A look into an incredible day with the Missionaries of Charity in NYC.
Just one verse each day.
“Mother Teresa was standing right there, the Cardinal was right over there, Mayor Koch here, and I was about here. That’s when she grabbed the basement door and then turned to me and said, ‘This door needs a better lock, so no one falls down the stairs.’ The only thing that was ever on her mind was everyone else’s well being.”
This is the recollection of Len, who was with Mother Teresa from day one, when she opened the doors to what would be the first AIDS Hospice in America on Christmas Eve, 1985.
The Gift of Love Hospice was established in the rectory of St. Veronica’s Church in Greenwich Village on Manhattan’s Lower West Side, which was ground zero in the early days of the AIDS crisis. At first the Sisters’ presence was met with harsh resistance by the local community, but as they were seen bringing Christ’s unconditional love to those dying from what was an unknown disease that was all but a death sentence, the community rallied around them.
Mother Teresa’s only desire was “that nobody dies unloved and uncared for. We are hoping that they will be able to live and die in peace by getting tender love and care.″
As the AIDS epidemic subsided through medical advancements, the home’s role in the community evolved to caring for and providing residence for the poor and elderly. And on November 22, 2019, the Sisters and the residents were treated to a visit from the statue of Our Lady of Fatima that has toured the New York area over the past four weeks.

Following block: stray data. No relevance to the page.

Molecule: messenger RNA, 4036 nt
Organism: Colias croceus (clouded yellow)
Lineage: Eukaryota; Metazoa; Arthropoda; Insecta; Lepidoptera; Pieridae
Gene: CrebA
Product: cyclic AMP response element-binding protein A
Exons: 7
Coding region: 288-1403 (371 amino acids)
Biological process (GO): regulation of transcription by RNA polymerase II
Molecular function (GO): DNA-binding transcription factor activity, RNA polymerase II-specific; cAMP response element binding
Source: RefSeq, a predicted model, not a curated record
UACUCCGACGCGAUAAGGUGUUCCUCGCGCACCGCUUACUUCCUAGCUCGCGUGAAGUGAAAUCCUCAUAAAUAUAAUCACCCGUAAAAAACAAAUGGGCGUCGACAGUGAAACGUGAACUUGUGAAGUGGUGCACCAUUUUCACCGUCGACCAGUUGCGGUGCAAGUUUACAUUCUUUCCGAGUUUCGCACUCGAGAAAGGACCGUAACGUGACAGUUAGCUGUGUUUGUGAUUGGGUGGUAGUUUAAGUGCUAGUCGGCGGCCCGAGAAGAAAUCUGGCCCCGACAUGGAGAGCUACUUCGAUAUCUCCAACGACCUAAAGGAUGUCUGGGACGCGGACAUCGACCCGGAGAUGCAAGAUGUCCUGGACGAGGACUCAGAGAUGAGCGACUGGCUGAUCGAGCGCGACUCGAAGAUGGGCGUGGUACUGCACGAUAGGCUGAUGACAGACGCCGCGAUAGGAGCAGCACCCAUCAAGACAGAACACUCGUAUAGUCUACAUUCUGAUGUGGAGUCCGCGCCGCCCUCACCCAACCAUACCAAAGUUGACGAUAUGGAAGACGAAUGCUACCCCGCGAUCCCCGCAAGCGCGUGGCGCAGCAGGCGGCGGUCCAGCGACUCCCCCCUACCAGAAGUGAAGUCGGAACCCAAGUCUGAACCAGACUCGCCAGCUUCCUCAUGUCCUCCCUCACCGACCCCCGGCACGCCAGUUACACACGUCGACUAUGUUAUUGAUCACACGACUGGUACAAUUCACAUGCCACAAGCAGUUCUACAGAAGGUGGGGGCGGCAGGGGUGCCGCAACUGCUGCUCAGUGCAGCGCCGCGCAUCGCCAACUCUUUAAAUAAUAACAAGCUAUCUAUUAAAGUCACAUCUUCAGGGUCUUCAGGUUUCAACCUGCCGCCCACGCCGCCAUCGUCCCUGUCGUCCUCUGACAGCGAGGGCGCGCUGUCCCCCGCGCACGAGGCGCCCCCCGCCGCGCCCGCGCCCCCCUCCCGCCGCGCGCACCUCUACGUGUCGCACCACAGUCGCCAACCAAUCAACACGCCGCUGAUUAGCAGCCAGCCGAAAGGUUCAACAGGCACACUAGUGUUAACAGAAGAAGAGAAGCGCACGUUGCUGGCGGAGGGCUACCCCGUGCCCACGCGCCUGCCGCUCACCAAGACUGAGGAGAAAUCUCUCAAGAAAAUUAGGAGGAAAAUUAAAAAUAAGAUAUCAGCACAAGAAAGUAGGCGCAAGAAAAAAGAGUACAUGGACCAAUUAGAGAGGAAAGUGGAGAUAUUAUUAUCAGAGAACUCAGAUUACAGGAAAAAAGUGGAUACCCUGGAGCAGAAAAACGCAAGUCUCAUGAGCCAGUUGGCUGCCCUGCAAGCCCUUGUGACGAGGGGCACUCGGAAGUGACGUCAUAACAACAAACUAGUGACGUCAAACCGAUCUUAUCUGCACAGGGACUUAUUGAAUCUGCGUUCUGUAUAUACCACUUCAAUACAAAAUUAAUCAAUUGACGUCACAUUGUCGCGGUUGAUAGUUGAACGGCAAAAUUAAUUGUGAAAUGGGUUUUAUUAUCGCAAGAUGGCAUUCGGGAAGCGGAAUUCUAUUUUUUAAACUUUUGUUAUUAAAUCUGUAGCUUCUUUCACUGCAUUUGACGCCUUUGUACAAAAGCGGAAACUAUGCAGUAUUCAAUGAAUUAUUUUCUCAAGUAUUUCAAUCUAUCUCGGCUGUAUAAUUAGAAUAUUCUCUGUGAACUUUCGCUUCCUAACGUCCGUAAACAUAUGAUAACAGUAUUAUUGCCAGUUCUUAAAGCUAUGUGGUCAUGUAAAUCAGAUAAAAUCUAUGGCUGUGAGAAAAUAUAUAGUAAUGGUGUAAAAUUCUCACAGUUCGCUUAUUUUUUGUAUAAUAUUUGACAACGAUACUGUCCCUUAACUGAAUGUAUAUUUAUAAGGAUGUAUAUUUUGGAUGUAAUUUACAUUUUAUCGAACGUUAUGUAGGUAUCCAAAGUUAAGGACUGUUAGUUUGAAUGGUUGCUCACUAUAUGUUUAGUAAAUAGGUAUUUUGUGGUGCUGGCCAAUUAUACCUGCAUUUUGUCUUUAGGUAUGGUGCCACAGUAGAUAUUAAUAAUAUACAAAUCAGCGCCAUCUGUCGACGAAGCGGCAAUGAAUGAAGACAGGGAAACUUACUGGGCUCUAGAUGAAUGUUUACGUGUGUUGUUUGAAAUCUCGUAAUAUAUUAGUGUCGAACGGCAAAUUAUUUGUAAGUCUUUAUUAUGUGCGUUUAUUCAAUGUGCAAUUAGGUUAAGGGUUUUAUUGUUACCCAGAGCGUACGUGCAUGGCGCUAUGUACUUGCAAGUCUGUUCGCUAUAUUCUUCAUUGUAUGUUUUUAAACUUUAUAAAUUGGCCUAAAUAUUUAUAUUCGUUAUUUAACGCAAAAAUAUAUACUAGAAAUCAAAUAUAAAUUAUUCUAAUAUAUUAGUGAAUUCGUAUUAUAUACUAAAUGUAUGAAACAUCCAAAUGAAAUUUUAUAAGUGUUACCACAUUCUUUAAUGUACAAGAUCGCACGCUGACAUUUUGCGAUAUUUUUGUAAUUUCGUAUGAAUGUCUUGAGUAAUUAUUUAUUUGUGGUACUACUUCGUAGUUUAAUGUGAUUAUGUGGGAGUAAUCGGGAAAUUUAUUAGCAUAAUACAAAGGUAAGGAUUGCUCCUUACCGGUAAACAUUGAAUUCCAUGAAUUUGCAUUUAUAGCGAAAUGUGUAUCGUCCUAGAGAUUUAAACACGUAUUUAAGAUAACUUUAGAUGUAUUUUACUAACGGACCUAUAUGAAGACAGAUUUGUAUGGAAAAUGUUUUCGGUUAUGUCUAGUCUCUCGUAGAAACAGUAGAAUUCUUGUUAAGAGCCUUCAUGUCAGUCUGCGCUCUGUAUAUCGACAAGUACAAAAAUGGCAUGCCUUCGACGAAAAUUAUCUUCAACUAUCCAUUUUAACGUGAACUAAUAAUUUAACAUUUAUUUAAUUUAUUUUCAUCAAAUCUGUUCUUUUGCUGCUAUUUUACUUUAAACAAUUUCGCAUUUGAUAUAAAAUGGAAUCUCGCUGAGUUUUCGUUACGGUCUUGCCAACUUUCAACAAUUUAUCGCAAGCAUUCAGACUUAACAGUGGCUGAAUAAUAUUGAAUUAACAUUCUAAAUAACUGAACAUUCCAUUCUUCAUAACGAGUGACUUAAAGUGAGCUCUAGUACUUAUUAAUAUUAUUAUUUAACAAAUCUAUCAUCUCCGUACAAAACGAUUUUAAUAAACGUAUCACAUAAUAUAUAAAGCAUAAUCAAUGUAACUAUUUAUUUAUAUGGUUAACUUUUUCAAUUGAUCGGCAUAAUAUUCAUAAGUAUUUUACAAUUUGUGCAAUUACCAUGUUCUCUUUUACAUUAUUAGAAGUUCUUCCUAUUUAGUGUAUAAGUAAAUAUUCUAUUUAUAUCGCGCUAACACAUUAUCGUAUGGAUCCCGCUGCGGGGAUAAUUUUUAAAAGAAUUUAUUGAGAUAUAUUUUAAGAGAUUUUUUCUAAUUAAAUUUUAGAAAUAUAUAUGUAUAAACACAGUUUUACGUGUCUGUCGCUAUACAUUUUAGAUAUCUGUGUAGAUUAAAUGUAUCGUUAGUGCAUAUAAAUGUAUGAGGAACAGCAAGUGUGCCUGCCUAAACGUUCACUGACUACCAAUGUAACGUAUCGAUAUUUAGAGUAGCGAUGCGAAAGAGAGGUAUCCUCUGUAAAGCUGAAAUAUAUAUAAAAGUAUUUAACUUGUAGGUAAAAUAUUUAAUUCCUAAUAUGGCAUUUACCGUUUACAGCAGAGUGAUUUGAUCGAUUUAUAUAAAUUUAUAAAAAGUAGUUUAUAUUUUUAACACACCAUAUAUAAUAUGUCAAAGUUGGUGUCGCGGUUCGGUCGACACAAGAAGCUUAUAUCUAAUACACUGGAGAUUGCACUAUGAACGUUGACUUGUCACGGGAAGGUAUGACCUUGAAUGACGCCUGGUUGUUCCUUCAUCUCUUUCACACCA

The statue, which was created at the Fatima Shrine in Portugal, recalls the miraculous apparition of the Blessed Mother to three children, Lucia dos Santos and her cousins Jacinta and Francisco Marto, in 1917 in Fatima, Portugal.
Fr. James Miara, Pastor of the Shrine of the Holy Innocents Parish on West 34th Street, arrived at the house just before 7:00 a.m. to celebrate Mass and give Benediction for the Sisters, volunteers, and residents, recalling in his homily the message of Our Lady of Fatima and stressing the importance of sacrifice, especially on behalf of sinners and the souls of the departed.
The tiny chapel into which all were crammed had been the place of countless funerals during the darkest days of the AIDS crisis, in this place where residents who had been abandoned by society and loved ones had found conversion, genuine love, and a place of rest in the arms of the Sisters.
The Missionaries of Charity mirror much of the Fatima message: Their steadfast care for the physical needs of those suffering from poverty, disease, and rejection; their witness of faith through the sheer power of unconditional love; and their fundamental view that they seek to serve Christ in each and every person they encounter.
Their “Yes!” to Christ echoes the young Virgin Mary’s, the only “Yes” that brings about true meaning and fulfillment.
As Fr. Miara withdrew, transporting the statue to its next stop at the Shrine of the Holy Innocents, the joyful Sisters waved white handkerchiefs — as if waving farewell to a dear friend, a site to behold on the busy New York City streets.
While a statue may just be a statue, in this case it’s more. It’s a symbol of the loving and compassionate Mother who watches over all of us, patiently leading us to what matters most in life, her Son.
Our Lady of Fatima, please pray for us.
Let God and Mary look at you and gaze upon you, says Francis